With two outs in the sixth inning and the Blue Jays having already tied things up at 4-4, Jose Reyes hit a routine grounder that Bogaerts was forced to take a few steps to his left on before gobbling up. With the speedy Reyes running, Bogaerts immediately transferred the ball to his throwing hand and fired it to first baseman Mike Napoli.

The problem came as soon as Bogaerts released the ball, as he pulled it just enough to make it a one-hopper that Napoli couldn’t stretch and gather in. The result was the go-ahead run scoring and the Blue Jays taking the lead for good instead of the teams heading into the seventh all knotted up.

“It was a ball in the dirt. Just tried to pick it. I’€™m pretty good at picking balls and didn’t come up with it,” Napoli said, adding, “I was kind of falling over a little bit. it’€™s a play I’ve made in the past and I expect to make and I didn’t make the play.”

Another sign of Bogaerts’ youth came after the game when he ducked out of the clubhouse before the media’s availability. (It’s a small item, but one veterans frown upon since they’re the ones who end up having to answer for the rookie.)

“He could see it in front of him, you’€™d have to ask him,” Napoli said when asked if Reyes’ speed factored into the hurried throw. “But you have to be quick with it. Him being quick down the line, it’€™s a play you have to get your feet under you and be quick.”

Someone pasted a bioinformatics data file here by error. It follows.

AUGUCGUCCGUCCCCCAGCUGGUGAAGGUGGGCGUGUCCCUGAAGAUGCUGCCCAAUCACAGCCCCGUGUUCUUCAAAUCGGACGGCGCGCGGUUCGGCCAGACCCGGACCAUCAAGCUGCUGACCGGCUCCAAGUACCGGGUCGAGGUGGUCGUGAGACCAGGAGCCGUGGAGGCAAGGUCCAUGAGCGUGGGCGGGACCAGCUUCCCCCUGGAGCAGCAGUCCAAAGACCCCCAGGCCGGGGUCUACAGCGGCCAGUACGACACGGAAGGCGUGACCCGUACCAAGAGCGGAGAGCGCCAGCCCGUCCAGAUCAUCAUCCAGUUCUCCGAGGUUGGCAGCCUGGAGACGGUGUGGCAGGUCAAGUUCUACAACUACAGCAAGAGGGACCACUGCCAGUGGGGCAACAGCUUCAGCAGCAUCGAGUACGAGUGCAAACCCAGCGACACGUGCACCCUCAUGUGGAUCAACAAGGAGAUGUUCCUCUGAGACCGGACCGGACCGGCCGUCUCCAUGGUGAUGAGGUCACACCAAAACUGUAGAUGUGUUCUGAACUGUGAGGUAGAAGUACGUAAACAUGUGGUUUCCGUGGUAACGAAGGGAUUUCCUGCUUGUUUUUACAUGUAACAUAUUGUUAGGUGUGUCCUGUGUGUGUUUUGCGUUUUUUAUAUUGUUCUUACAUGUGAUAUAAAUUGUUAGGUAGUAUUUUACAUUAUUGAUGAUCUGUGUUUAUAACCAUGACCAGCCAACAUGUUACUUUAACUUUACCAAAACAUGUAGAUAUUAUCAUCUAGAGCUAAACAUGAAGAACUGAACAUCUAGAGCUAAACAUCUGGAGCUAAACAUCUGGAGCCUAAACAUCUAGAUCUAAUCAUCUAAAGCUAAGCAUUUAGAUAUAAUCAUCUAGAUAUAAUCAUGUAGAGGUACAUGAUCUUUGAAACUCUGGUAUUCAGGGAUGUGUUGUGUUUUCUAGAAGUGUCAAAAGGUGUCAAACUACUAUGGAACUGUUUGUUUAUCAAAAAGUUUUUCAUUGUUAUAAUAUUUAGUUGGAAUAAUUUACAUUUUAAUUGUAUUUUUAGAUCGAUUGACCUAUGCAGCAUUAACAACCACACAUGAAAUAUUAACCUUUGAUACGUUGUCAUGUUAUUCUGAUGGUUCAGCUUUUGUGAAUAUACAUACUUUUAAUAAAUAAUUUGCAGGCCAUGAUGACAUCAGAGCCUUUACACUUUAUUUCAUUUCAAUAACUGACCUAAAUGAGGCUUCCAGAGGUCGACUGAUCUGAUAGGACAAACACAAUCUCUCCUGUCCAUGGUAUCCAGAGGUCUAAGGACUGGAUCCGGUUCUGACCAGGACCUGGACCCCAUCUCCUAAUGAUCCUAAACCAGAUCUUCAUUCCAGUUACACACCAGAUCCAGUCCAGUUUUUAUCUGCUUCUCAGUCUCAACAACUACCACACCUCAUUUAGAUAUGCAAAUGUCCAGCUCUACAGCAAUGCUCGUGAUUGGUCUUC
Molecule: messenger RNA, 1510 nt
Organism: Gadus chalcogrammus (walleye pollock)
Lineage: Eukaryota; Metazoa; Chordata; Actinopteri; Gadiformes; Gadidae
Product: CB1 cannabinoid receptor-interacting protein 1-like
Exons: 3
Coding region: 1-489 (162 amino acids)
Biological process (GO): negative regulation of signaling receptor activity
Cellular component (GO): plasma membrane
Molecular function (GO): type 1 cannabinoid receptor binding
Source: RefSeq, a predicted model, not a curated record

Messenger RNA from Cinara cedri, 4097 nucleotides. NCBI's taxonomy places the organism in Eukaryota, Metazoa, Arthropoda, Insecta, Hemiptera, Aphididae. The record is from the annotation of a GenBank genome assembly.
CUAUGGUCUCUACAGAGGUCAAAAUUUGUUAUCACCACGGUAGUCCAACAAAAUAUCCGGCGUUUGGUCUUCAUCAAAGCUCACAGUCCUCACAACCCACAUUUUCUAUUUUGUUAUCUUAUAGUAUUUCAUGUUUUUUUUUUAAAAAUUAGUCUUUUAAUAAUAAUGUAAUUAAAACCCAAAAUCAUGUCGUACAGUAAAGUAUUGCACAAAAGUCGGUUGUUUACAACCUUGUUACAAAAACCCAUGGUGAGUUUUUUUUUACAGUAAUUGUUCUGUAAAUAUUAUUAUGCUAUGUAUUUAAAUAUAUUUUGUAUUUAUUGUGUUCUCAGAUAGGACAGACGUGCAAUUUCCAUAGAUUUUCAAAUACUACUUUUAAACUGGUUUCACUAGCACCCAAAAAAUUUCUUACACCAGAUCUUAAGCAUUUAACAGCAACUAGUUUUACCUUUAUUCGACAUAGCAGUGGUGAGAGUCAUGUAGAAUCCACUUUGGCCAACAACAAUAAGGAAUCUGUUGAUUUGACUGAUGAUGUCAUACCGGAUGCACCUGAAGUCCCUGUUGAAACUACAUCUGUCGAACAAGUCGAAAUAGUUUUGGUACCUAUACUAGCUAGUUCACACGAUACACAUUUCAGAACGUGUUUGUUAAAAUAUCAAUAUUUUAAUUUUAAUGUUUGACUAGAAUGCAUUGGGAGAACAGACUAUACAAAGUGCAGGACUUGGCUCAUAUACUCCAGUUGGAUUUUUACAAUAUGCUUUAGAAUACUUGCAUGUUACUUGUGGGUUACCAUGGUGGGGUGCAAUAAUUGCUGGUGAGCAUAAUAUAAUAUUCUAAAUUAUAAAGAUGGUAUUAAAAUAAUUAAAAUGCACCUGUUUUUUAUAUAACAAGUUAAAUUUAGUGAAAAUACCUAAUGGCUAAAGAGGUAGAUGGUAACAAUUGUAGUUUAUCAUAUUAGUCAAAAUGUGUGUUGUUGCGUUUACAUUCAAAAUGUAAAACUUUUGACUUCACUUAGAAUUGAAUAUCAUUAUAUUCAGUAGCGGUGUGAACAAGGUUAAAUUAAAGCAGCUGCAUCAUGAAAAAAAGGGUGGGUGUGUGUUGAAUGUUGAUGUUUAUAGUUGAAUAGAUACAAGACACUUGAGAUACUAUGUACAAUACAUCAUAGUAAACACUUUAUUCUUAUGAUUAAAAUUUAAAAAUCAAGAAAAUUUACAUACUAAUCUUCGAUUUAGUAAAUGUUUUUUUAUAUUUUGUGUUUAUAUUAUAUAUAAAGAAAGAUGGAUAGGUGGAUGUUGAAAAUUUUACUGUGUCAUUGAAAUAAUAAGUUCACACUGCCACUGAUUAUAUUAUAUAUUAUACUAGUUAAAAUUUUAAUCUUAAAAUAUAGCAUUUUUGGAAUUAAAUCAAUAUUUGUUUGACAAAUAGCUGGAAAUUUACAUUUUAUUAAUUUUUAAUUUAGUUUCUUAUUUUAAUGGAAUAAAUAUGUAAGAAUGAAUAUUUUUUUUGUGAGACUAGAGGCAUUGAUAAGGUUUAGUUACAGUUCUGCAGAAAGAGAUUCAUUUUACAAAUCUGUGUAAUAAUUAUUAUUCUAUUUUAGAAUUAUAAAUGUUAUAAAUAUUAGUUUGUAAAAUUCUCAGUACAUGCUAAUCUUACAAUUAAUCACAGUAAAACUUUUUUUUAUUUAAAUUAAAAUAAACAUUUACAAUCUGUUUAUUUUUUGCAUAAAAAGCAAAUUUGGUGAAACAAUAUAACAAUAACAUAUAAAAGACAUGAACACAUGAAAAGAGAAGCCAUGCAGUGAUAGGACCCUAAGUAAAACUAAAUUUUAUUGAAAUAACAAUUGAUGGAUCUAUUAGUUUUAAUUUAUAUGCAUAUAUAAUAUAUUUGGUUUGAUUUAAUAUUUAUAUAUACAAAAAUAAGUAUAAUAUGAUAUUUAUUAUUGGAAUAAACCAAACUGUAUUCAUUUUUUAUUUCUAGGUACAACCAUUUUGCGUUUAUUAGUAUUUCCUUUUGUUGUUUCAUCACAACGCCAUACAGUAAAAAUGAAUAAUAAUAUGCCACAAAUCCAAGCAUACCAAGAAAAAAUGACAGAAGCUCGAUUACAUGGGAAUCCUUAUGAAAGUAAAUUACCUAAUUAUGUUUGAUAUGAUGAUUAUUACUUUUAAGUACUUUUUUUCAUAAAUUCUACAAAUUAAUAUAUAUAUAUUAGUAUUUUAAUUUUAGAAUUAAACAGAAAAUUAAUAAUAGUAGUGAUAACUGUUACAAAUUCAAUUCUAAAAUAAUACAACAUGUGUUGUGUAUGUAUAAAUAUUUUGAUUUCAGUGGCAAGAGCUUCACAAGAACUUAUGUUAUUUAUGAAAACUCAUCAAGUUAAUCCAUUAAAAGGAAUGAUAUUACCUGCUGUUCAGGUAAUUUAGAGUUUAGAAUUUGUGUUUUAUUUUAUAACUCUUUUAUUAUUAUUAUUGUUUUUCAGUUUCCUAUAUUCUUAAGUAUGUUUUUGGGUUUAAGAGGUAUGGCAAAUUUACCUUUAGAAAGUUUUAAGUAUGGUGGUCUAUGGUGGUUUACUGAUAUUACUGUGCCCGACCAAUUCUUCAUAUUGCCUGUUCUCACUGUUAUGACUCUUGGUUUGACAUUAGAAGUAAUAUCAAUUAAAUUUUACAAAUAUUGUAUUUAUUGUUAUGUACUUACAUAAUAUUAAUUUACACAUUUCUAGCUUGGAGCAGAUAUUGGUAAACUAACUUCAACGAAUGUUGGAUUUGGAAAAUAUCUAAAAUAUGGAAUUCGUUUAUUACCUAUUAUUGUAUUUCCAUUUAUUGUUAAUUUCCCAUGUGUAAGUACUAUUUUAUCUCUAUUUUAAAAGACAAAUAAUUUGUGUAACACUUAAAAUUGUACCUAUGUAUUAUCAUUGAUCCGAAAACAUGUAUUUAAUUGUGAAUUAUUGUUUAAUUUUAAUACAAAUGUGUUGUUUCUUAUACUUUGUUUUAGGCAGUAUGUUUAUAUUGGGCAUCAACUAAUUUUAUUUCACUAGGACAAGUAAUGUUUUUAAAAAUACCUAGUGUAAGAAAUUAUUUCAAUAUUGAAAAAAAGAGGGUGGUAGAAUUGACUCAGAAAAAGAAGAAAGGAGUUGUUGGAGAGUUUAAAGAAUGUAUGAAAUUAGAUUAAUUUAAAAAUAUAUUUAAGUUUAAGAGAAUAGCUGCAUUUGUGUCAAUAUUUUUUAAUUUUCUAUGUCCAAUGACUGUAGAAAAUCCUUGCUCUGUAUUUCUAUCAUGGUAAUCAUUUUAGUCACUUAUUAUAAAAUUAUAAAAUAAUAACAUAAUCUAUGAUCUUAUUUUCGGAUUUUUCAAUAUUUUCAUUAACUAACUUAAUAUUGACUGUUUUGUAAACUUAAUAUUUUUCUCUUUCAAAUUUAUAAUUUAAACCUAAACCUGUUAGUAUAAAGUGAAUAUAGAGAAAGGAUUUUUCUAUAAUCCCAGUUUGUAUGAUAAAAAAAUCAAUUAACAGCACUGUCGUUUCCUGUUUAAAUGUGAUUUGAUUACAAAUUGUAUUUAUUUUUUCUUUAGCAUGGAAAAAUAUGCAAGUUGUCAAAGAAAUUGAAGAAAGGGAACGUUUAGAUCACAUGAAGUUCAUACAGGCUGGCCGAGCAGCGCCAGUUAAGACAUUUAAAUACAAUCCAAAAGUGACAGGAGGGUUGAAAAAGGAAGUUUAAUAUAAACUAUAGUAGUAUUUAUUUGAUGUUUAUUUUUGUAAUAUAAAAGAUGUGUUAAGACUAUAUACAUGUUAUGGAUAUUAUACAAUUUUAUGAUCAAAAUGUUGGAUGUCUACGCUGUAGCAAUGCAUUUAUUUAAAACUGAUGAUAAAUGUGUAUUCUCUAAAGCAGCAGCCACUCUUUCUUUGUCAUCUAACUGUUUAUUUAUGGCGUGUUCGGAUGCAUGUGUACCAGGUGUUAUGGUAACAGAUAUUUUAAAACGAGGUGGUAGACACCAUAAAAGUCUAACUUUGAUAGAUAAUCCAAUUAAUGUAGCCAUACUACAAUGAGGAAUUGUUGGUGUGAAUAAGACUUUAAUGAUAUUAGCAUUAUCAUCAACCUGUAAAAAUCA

Bogaerts has taken his lumps this season while playing his new position at third base (making eight of his 15 errors at the position), although Red Sox manager John Farrell said it’s not for a lack of trying.

“I recognize that there’s a number of errors there at third base in the games he’s played,” Farrell said. “I can’t say it’s for exactly one reason that links them all together. It’s not because of effort and intensity with which he goes about his play.”

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Red Sox lineup at Blue Jays: Shane Victorino sits, Brock Holt in right, Xander Bogaerts returns 07.21.14 at 3:28 pm ET
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The Red Sox will open their three-game set against the Blue Jays with four rookies in the lineup. Shane Victorino, after playing back-to-back games over the weekend (and four straight overall with the conclusion of his rehab assignment), will sit out, with Brock Holt heading to right field. He’ll flank Jackie Bradley Jr. in center, while Xander Bogaerts (after sitting on Sunday) will return to the lineup at third base, and Christian Vazquez will catch John Lackey.